Our driver was waiting where we had left him, so we started the trip back into Beijing. Traffic was better in this direction, so it didn't take long to get to our neighbourhood. We we staying at the Hotel Palace in the hutong district, and it did take a while due to various street closures to get to the hotel.

    [​IMG]

    Our driver attempted to drop us right at the door, and manoeuvred his minivan into the narrow alley where the hotel is located, only to encounter a car approaching from the other direction. We wound up reversing back out, which was an amazing feat of driving! Finally we got to the hotel and checked in.

    [​IMG]

    I loved the hotel's location and the chance to see inside of an old hutong. The central courtyard area, now roofed in and serving as the hotel's common room, was beautiful. Our room was traditionally styled and was a bit rough around the edges (think of loose bathroom tiles being duct taped back into place), but it was clean and comfortable. We could see the Forbidden City nearby from the rooftop terrace.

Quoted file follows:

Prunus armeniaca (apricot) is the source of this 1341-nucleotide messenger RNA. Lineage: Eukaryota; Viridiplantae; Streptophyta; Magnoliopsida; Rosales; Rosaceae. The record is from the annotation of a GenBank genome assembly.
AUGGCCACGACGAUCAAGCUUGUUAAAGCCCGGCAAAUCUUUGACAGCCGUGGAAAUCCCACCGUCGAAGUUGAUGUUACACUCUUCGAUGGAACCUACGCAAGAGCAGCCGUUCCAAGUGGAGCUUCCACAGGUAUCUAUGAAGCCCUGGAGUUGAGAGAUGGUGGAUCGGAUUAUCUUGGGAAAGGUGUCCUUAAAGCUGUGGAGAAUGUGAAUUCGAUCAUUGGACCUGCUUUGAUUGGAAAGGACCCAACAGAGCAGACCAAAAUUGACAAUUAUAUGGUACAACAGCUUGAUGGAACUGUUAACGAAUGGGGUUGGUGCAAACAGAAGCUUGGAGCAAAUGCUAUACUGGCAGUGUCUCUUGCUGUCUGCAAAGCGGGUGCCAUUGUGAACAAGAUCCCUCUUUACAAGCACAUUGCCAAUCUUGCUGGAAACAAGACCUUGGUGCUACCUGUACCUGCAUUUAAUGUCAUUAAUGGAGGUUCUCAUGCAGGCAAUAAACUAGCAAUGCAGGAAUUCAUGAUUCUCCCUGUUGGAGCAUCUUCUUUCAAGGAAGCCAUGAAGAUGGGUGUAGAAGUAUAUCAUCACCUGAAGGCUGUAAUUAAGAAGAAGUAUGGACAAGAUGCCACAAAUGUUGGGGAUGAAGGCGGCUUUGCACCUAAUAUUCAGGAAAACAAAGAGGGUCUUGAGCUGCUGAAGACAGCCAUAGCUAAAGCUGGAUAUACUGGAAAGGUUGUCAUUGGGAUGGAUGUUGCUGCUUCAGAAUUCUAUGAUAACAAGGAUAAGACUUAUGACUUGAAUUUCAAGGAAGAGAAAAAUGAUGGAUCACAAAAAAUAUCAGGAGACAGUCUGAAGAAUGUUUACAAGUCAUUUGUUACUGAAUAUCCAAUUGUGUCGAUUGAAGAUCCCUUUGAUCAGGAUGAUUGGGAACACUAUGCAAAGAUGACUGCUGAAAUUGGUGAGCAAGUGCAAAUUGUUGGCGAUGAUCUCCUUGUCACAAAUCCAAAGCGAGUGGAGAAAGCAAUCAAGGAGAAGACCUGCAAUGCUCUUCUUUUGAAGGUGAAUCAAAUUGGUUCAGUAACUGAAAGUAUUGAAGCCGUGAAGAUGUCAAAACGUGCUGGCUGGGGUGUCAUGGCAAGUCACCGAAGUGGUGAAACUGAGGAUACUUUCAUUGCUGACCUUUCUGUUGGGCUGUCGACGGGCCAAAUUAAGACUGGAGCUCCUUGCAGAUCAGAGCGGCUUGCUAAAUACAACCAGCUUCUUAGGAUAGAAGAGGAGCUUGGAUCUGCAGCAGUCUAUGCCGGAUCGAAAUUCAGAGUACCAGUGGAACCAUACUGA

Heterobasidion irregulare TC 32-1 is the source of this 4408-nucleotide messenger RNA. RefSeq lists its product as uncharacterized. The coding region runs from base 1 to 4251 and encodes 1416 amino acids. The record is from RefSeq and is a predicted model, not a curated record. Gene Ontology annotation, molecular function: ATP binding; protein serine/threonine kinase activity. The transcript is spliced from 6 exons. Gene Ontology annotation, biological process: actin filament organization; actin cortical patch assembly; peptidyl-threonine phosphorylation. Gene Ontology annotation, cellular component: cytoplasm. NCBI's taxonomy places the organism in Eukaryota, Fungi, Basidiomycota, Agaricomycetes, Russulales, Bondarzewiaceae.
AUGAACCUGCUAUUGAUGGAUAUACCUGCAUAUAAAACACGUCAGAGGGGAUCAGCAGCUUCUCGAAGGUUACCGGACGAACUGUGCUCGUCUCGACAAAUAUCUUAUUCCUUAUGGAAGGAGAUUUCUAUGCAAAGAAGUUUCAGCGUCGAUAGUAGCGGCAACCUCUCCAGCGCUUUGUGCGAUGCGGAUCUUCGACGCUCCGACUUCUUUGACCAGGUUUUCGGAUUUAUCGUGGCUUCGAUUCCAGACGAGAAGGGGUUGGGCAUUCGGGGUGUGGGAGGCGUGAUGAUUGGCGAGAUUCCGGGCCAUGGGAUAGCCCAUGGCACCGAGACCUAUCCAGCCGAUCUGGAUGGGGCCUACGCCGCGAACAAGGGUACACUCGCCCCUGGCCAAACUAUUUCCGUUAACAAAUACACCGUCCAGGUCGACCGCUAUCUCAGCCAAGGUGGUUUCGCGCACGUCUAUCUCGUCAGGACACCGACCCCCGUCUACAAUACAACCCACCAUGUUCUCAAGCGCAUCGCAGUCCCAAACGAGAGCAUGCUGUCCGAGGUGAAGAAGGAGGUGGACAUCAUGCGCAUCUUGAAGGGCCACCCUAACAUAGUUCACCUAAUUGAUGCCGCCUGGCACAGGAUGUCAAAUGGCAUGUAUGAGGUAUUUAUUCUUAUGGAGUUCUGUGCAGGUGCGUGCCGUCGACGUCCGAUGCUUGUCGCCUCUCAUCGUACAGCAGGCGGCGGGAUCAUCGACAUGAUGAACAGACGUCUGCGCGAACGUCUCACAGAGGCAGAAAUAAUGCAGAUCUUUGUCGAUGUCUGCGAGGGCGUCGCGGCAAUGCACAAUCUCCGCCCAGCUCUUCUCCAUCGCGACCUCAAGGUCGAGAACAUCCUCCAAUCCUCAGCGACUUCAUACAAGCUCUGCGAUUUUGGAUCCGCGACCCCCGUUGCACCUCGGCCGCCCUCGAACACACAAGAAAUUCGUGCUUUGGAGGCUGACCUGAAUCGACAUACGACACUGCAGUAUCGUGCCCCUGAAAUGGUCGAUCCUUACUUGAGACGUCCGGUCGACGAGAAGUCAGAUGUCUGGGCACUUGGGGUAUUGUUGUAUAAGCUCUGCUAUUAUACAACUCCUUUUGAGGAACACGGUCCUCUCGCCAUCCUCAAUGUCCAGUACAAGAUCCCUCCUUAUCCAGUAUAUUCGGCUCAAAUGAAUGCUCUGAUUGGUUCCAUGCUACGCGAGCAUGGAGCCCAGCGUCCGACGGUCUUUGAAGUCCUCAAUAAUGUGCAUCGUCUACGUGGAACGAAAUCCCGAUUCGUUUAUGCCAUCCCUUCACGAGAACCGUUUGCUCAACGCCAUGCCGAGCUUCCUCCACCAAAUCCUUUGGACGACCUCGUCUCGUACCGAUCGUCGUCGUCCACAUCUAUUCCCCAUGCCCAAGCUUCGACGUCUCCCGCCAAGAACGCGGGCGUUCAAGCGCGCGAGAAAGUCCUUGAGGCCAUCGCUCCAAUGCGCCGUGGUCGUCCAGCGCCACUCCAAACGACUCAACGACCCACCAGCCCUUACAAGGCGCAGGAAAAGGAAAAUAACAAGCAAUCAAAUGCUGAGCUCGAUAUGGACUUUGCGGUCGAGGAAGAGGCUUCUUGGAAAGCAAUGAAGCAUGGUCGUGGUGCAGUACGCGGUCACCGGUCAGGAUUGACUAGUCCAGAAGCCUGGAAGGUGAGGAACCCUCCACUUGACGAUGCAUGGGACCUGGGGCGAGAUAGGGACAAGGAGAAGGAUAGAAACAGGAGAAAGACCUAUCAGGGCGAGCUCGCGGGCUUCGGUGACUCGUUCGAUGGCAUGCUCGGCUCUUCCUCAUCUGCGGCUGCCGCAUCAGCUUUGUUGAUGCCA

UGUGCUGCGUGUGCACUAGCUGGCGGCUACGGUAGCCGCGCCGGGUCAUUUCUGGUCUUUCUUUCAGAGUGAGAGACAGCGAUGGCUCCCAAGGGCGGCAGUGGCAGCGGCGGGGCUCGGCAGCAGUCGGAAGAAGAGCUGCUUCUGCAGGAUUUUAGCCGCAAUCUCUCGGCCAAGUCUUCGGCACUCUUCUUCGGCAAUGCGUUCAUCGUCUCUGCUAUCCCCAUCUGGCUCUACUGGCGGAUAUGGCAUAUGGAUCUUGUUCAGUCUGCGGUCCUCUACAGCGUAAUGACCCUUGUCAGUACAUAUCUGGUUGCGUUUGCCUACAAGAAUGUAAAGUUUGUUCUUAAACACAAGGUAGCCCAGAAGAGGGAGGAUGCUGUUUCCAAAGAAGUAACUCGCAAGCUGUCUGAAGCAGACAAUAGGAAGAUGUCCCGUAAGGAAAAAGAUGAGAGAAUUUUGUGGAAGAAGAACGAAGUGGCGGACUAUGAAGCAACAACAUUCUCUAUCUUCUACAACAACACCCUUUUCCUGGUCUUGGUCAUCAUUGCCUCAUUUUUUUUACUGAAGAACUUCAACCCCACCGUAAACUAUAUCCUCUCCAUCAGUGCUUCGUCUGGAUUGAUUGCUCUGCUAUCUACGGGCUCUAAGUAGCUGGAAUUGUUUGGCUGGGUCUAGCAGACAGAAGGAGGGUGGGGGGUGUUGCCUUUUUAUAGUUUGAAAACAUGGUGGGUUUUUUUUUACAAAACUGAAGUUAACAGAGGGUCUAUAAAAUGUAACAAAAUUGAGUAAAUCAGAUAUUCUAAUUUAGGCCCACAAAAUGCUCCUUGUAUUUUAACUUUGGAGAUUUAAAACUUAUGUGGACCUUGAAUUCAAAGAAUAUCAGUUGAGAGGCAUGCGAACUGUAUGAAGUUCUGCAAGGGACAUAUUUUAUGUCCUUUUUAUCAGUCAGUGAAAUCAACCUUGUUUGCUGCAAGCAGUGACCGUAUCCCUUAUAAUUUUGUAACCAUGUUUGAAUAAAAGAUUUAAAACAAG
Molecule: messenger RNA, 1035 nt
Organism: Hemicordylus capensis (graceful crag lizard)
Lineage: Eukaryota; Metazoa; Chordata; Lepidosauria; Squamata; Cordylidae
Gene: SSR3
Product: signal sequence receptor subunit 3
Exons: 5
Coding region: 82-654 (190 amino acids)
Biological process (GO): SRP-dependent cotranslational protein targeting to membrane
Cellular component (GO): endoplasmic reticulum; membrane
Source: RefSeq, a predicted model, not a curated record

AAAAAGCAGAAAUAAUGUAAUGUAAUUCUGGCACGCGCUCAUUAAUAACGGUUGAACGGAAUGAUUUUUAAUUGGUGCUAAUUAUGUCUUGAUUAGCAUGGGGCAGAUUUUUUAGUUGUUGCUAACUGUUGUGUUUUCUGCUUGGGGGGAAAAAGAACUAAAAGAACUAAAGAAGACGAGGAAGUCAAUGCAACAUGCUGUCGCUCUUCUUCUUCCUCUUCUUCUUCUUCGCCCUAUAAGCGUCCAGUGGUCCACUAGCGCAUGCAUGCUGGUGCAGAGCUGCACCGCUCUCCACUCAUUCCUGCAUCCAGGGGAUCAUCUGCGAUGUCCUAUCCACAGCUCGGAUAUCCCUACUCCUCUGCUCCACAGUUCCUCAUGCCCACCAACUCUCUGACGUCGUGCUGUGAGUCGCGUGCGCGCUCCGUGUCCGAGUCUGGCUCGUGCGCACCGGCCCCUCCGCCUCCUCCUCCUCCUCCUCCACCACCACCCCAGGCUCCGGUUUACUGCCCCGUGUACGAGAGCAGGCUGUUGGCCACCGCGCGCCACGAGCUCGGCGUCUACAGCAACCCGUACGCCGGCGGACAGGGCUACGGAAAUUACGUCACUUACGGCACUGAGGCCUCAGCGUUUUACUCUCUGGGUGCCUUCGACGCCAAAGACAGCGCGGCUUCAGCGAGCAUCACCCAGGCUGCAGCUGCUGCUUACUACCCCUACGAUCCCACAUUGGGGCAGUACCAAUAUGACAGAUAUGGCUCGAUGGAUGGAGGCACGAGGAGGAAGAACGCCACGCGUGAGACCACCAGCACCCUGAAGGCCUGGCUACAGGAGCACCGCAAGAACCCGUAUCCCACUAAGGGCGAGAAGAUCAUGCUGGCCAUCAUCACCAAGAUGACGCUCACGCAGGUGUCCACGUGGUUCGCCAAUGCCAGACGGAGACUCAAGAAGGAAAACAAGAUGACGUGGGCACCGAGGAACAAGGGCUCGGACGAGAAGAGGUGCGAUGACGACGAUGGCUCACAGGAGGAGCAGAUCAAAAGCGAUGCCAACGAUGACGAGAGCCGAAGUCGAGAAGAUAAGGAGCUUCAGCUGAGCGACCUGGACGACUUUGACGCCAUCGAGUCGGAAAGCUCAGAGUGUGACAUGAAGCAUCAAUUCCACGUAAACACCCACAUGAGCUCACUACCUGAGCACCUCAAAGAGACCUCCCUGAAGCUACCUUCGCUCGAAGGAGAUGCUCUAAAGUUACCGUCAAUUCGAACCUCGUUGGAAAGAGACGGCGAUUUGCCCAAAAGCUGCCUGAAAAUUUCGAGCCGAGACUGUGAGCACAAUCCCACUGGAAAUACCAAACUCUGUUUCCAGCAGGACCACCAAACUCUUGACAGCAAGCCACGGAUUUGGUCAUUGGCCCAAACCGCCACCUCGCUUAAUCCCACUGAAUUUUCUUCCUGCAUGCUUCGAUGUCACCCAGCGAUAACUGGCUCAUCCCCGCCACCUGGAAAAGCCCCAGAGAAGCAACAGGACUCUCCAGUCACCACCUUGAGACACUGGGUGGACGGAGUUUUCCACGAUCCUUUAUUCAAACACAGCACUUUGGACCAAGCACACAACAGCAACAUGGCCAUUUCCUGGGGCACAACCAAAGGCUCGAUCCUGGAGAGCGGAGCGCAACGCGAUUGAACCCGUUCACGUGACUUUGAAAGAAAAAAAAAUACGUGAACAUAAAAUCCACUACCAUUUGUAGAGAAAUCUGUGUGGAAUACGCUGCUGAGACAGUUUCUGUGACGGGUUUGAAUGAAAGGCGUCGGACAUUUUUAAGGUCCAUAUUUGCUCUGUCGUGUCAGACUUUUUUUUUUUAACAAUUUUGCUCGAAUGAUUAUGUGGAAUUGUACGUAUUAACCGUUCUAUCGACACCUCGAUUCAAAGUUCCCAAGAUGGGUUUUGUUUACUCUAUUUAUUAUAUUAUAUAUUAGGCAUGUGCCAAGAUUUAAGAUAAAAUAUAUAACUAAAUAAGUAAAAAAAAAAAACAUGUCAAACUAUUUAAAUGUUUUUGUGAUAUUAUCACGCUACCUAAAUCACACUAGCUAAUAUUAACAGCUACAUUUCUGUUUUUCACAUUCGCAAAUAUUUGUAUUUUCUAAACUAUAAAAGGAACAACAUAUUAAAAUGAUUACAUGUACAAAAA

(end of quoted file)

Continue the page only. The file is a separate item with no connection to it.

By now it was about 3 pm, and we had tickets to the Chaoyang Acrobat show at 5:30 pm. We inquired with the hotel staff member who spoke English as to how to get to the theatre. First he said they would call us a taxi for 4:15 pm, but at 4:15 pm when we asked for it, he said that it would be too difficult to get one due to the rainy day and rush hour combination, and that we should take the subway. This was a bit disconcerting, since we now felt like we were at risk of being late for the show. But as soon as we left the hutong and hit the main street in our neighbourhood, we were able to flag down a taxi on the street quite easily. His price of 100 yuan was definitely inflated, but it was still raining and now it was starting to feel like we were running late, so we sucked it up.

    We arrived at the theatre right at 5 pm when the box office opened. We had purchased the cheapest class of tickets available, but individual seats are not assigned until you pick them up from the box office. We wound up getting second row seats with nobody in the first row. (I'm not sure what made these 'cheap seats' unless it was the fact that we had to crane our necks back to watch the one performer who balanced on top of a stack of chairs. The seats were excellent though, and I would buy them again.)

    [​IMG]

    We purchased popcorn and a drink to enjoy with the show, and entered the theatre.

    [​IMG]

    There was a no photography rule, but the number of people with iPads and selfie sticks was nuts, so I didn't feel bad taking some photos of my own. I would certainly recommend no flash though. All of the performers were amazing, and I would highly recommend the show. The girls on the bikes were awesome.